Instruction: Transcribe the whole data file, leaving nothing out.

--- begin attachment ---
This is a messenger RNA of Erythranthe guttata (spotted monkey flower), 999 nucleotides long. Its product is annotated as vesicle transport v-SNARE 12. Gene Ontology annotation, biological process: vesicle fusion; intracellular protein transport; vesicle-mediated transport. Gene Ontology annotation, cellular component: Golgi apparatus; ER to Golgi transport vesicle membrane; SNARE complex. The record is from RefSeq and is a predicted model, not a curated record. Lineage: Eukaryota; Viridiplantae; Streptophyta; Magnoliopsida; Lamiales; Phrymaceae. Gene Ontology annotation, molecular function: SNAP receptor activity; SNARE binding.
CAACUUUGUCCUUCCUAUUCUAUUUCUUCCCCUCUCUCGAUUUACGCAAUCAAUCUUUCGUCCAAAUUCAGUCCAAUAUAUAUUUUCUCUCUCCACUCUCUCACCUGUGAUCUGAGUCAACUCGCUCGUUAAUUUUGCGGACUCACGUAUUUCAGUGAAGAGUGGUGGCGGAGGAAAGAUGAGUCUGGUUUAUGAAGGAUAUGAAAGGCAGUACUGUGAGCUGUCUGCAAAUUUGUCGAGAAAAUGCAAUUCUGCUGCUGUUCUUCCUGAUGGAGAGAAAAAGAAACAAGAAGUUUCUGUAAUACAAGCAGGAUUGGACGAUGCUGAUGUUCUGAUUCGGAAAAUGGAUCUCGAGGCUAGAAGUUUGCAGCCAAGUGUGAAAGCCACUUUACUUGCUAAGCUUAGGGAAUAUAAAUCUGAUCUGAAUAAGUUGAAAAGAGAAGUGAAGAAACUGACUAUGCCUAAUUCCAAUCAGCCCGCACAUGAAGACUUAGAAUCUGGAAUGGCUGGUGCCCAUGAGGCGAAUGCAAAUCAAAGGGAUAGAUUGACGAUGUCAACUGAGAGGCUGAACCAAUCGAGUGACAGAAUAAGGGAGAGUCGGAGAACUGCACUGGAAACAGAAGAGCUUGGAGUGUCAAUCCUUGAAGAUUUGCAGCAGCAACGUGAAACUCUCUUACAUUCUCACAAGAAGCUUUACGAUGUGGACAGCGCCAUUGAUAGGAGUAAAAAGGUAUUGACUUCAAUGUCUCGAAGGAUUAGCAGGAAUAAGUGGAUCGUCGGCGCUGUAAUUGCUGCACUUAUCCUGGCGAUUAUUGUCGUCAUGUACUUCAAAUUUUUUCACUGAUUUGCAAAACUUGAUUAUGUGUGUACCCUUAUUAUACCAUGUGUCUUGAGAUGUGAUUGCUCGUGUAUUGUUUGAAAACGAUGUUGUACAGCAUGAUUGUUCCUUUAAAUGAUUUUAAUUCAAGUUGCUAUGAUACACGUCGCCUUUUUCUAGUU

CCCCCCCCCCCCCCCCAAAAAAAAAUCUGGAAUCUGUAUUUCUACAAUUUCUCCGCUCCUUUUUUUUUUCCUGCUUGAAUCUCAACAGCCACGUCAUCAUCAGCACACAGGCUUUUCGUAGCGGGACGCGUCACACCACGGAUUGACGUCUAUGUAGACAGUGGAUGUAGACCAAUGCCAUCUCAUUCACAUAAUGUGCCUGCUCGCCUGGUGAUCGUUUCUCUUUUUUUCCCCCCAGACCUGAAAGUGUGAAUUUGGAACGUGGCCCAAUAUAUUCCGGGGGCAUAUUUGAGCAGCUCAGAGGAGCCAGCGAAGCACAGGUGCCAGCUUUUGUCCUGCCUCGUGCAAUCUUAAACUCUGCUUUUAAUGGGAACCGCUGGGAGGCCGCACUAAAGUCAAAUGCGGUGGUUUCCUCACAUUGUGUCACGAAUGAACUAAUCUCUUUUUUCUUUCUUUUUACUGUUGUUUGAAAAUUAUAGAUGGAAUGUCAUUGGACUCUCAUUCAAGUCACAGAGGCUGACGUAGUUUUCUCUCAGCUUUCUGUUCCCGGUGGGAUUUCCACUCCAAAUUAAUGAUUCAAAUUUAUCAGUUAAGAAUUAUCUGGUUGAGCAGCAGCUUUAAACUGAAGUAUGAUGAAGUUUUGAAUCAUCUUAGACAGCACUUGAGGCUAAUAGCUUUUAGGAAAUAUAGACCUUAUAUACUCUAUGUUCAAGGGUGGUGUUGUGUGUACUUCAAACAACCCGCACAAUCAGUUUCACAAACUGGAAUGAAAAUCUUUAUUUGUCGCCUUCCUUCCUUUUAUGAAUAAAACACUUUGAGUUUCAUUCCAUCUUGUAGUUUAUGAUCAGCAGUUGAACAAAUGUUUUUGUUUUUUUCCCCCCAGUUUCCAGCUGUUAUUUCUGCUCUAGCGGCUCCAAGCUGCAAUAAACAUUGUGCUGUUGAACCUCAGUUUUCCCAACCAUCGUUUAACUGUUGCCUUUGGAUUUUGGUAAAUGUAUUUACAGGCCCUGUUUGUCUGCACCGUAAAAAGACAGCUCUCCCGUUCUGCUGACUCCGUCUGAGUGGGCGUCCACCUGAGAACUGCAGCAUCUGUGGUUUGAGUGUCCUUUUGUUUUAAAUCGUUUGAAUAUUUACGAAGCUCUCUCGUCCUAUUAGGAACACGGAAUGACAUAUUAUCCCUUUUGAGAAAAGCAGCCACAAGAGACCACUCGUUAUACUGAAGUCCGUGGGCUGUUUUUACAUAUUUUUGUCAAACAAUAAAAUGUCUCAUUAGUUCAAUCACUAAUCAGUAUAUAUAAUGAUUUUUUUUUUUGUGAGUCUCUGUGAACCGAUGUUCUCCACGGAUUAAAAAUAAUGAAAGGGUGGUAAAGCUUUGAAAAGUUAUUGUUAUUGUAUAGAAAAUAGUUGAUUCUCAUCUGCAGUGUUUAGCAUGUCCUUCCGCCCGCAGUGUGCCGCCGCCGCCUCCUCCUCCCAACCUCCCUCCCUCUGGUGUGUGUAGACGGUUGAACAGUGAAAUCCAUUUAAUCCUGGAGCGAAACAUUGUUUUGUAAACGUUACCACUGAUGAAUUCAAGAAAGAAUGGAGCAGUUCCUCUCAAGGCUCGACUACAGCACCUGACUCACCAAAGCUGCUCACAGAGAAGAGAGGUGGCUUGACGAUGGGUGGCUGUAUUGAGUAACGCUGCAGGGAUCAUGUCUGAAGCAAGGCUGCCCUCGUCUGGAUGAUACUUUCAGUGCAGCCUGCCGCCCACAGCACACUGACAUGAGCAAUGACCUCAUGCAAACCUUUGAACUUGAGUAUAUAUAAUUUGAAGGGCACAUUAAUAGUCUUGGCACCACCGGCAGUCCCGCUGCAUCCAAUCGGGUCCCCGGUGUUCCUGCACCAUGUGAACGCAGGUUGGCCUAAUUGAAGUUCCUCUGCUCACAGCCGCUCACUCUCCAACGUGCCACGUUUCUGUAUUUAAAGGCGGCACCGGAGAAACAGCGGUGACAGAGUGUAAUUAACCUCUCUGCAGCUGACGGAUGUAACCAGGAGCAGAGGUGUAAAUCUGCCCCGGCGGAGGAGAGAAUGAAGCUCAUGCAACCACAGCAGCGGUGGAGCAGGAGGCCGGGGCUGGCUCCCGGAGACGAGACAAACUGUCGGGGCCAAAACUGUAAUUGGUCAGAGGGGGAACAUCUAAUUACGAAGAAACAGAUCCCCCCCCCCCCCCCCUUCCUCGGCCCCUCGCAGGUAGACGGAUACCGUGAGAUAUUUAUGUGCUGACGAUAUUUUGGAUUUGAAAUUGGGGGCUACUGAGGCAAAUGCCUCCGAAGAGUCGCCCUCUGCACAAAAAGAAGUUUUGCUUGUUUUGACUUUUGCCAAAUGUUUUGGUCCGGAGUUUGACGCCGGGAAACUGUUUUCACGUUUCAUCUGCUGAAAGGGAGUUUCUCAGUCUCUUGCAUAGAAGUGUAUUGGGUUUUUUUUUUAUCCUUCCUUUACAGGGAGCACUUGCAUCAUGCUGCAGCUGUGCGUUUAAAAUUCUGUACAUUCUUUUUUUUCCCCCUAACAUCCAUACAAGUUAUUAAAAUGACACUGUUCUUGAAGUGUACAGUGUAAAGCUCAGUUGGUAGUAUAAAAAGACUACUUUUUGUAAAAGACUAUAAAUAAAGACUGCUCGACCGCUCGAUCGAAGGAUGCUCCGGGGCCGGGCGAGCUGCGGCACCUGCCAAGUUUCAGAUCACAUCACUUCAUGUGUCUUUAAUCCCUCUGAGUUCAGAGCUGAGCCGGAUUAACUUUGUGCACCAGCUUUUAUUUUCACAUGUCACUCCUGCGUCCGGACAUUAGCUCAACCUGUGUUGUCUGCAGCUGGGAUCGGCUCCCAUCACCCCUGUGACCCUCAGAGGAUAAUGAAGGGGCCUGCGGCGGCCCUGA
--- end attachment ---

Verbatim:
This is a messenger RNA of Erythranthe guttata (spotted monkey flower), 999 nucleotides long. Its product is annotated as vesicle transport v-SNARE 12. Gene Ontology annotation, biological process: vesicle fusion; intracellular protein transport; vesicle-mediated transport. Gene Ontology annotation, cellular component: Golgi apparatus; ER to Golgi transport vesicle membrane; SNARE complex. The record is from RefSeq and is a predicted model, not a curated record. Lineage: Eukaryota; Viridiplantae; Streptophyta; Magnoliopsida; Lamiales; Phrymaceae. Gene Ontology annotation, molecular function: SNAP receptor activity; SNARE binding.
CAACUUUGUCCUUCCUAUUCUAUUUCUUCCCCUCUCUCGAUUUACGCAAUCAAUCUUUCGUCCAAAUUCAGUCCAAUAUAUAUUUUCUCUCUCCACUCUCUCACCUGUGAUCUGAGUCAACUCGCUCGUUAAUUUUGCGGACUCACGUAUUUCAGUGAAGAGUGGUGGCGGAGGAAAGAUGAGUCUGGUUUAUGAAGGAUAUGAAAGGCAGUACUGUGAGCUGUCUGCAAAUUUGUCGAGAAAAUGCAAUUCUGCUGCUGUUCUUCCUGAUGGAGAGAAAAAGAAACAAGAAGUUUCUGUAAUACAAGCAGGAUUGGACGAUGCUGAUGUUCUGAUUCGGAAAAUGGAUCUCGAGGCUAGAAGUUUGCAGCCAAGUGUGAAAGCCACUUUACUUGCUAAGCUUAGGGAAUAUAAAUCUGAUCUGAAUAAGUUGAAAAGAGAAGUGAAGAAACUGACUAUGCCUAAUUCCAAUCAGCCCGCACAUGAAGACUUAGAAUCUGGAAUGGCUGGUGCCCAUGAGGCGAAUGCAAAUCAAAGGGAUAGAUUGACGAUGUCAACUGAGAGGCUGAACCAAUCGAGUGACAGAAUAAGGGAGAGUCGGAGAACUGCACUGGAAACAGAAGAGCUUGGAGUGUCAAUCCUUGAAGAUUUGCAGCAGCAACGUGAAACUCUCUUACAUUCUCACAAGAAGCUUUACGAUGUGGACAGCGCCAUUGAUAGGAGUAAAAAGGUAUUGACUUCAAUGUCUCGAAGGAUUAGCAGGAAUAAGUGGAUCGUCGGCGCUGUAAUUGCUGCACUUAUCCUGGCGAUUAUUGUCGUCAUGUACUUCAAAUUUUUUCACUGAUUUGCAAAACUUGAUUAUGUGUGUACCCUUAUUAUACCAUGUGUCUUGAGAUGUGAUUGCUCGUGUAUUGUUUGAAAACGAUGUUGUACAGCAUGAUUGUUCCUUUAAAUGAUUUUAAUUCAAGUUGCUAUGAUACACGUCGCCUUUUUCUAGUU

CCCCCCCCCCCCCCCCAAAAAAAAAUCUGGAAUCUGUAUUUCUACAAUUUCUCCGCUCCUUUUUUUUUUCCUGCUUGAAUCUCAACAGCCACGUCAUCAUCAGCACACAGGCUUUUCGUAGCGGGACGCGUCACACCACGGAUUGACGUCUAUGUAGACAGUGGAUGUAGACCAAUGCCAUCUCAUUCACAUAAUGUGCCUGCUCGCCUGGUGAUCGUUUCUCUUUUUUUCCCCCCAGACCUGAAAGUGUGAAUUUGGAACGUGGCCCAAUAUAUUCCGGGGGCAUAUUUGAGCAGCUCAGAGGAGCCAGCGAAGCACAGGUGCCAGCUUUUGUCCUGCCUCGUGCAAUCUUAAACUCUGCUUUUAAUGGGAACCGCUGGGAGGCCGCACUAAAGUCAAAUGCGGUGGUUUCCUCACAUUGUGUCACGAAUGAACUAAUCUCUUUUUUCUUUCUUUUUACUGUUGUUUGAAAAUUAUAGAUGGAAUGUCAUUGGACUCUCAUUCAAGUCACAGAGGCUGACGUAGUUUUCUCUCAGCUUUCUGUUCCCGGUGGGAUUUCCACUCCAAAUUAAUGAUUCAAAUUUAUCAGUUAAGAAUUAUCUGGUUGAGCAGCAGCUUUAAACUGAAGUAUGAUGAAGUUUUGAAUCAUCUUAGACAGCACUUGAGGCUAAUAGCUUUUAGGAAAUAUAGACCUUAUAUACUCUAUGUUCAAGGGUGGUGUUGUGUGUACUUCAAACAACCCGCACAAUCAGUUUCACAAACUGGAAUGAAAAUCUUUAUUUGUCGCCUUCCUUCCUUUUAUGAAUAAAACACUUUGAGUUUCAUUCCAUCUUGUAGUUUAUGAUCAGCAGUUGAACAAAUGUUUUUGUUUUUUUCCCCCCAGUUUCCAGCUGUUAUUUCUGCUCUAGCGGCUCCAAGCUGCAAUAAACAUUGUGCUGUUGAACCUCAGUUUUCCCAACCAUCGUUUAACUGUUGCCUUUGGAUUUUGGUAAAUGUAUUUACAGGCCCUGUUUGUCUGCACCGUAAAAAGACAGCUCUCCCGUUCUGCUGACUCCGUCUGAGUGGGCGUCCACCUGAGAACUGCAGCAUCUGUGGUUUGAGUGUCCUUUUGUUUUAAAUCGUUUGAAUAUUUACGAAGCUCUCUCGUCCUAUUAGGAACACGGAAUGACAUAUUAUCCCUUUUGAGAAAAGCAGCCACAAGAGACCACUCGUUAUACUGAAGUCCGUGGGCUGUUUUUACAUAUUUUUGUCAAACAAUAAAAUGUCUCAUUAGUUCAAUCACUAAUCAGUAUAUAUAAUGAUUUUUUUUUUUGUGAGUCUCUGUGAACCGAUGUUCUCCACGGAUUAAAAAUAAUGAAAGGGUGGUAAAGCUUUGAAAAGUUAUUGUUAUUGUAUAGAAAAUAGUUGAUUCUCAUCUGCAGUGUUUAGCAUGUCCUUCCGCCCGCAGUGUGCCGCCGCCGCCUCCUCCUCCCAACCUCCCUCCCUCUGGUGUGUGUAGACGGUUGAACAGUGAAAUCCAUUUAAUCCUGGAGCGAAACAUUGUUUUGUAAACGUUACCACUGAUGAAUUCAAGAAAGAAUGGAGCAGUUCCUCUCAAGGCUCGACUACAGCACCUGACUCACCAAAGCUGCUCACAGAGAAGAGAGGUGGCUUGACGAUGGGUGGCUGUAUUGAGUAACGCUGCAGGGAUCAUGUCUGAAGCAAGGCUGCCCUCGUCUGGAUGAUACUUUCAGUGCAGCCUGCCGCCCACAGCACACUGACAUGAGCAAUGACCUCAUGCAAACCUUUGAACUUGAGUAUAUAUAAUUUGAAGGGCACAUUAAUAGUCUUGGCACCACCGGCAGUCCCGCUGCAUCCAAUCGGGUCCCCGGUGUUCCUGCACCAUGUGAACGCAGGUUGGCCUAAUUGAAGUUCCUCUGCUCACAGCCGCUCACUCUCCAACGUGCCACGUUUCUGUAUUUAAAGGCGGCACCGGAGAAACAGCGGUGACAGAGUGUAAUUAACCUCUCUGCAGCUGACGGAUGUAACCAGGAGCAGAGGUGUAAAUCUGCCCCGGCGGAGGAGAGAAUGAAGCUCAUGCAACCACAGCAGCGGUGGAGCAGGAGGCCGGGGCUGGCUCCCGGAGACGAGACAAACUGUCGGGGCCAAAACUGUAAUUGGUCAGAGGGGGAACAUCUAAUUACGAAGAAACAGAUCCCCCCCCCCCCCCCCUUCCUCGGCCCCUCGCAGGUAGACGGAUACCGUGAGAUAUUUAUGUGCUGACGAUAUUUUGGAUUUGAAAUUGGGGGCUACUGAGGCAAAUGCCUCCGAAGAGUCGCCCUCUGCACAAAAAGAAGUUUUGCUUGUUUUGACUUUUGCCAAAUGUUUUGGUCCGGAGUUUGACGCCGGGAAACUGUUUUCACGUUUCAUCUGCUGAAAGGGAGUUUCUCAGUCUCUUGCAUAGAAGUGUAUUGGGUUUUUUUUUUAUCCUUCCUUUACAGGGAGCACUUGCAUCAUGCUGCAGCUGUGCGUUUAAAAUUCUGUACAUUCUUUUUUUUCCCCCUAACAUCCAUACAAGUUAUUAAAAUGACACUGUUCUUGAAGUGUACAGUGUAAAGCUCAGUUGGUAGUAUAAAAAGACUACUUUUUGUAAAAGACUAUAAAUAAAGACUGCUCGACCGCUCGAUCGAAGGAUGCUCCGGGGCCGGGCGAGCUGCGGCACCUGCCAAGUUUCAGAUCACAUCACUUCAUGUGUCUUUAAUCCCUCUGAGUUCAGAGCUGAGCCGGAUUAACUUUGUGCACCAGCUUUUAUUUUCACAUGUCACUCCUGCGUCCGGACAUUAGCUCAACCUGUGUUGUCUGCAGCUGGGAUCGGCUCCCAUCACCCCUGUGACCCUCAGAGGAUAAUGAAGGGGCCUGCGGCGGCCCUGA